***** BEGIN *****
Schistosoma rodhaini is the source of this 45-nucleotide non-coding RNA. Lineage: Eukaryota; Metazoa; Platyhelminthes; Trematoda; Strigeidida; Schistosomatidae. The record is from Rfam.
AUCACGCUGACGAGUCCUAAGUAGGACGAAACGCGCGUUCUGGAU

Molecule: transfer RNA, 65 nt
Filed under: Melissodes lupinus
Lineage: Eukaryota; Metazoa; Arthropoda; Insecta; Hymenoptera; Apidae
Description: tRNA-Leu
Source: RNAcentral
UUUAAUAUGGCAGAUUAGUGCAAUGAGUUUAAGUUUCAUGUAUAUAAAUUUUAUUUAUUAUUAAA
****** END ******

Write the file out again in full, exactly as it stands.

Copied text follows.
Schistosoma rodhaini is the source of this 45-nucleotide non-coding RNA. Lineage: Eukaryota; Metazoa; Platyhelminthes; Trematoda; Strigeidida; Schistosomatidae. The record is from Rfam.
AUCACGCUGACGAGUCCUAAGUAGGACGAAACGCGCGUUCUGGAU

Molecule: transfer RNA, 65 nt
Filed under: Melissodes lupinus
Lineage: Eukaryota; Metazoa; Arthropoda; Insecta; Hymenoptera; Apidae
Description: tRNA-Leu
Source: RNAcentral
UUUAAUAUGGCAGAUUAGUGCAAUGAGUUUAAGUUUCAUGUAUAUAAAUUUUAUUUAUUAUUAAA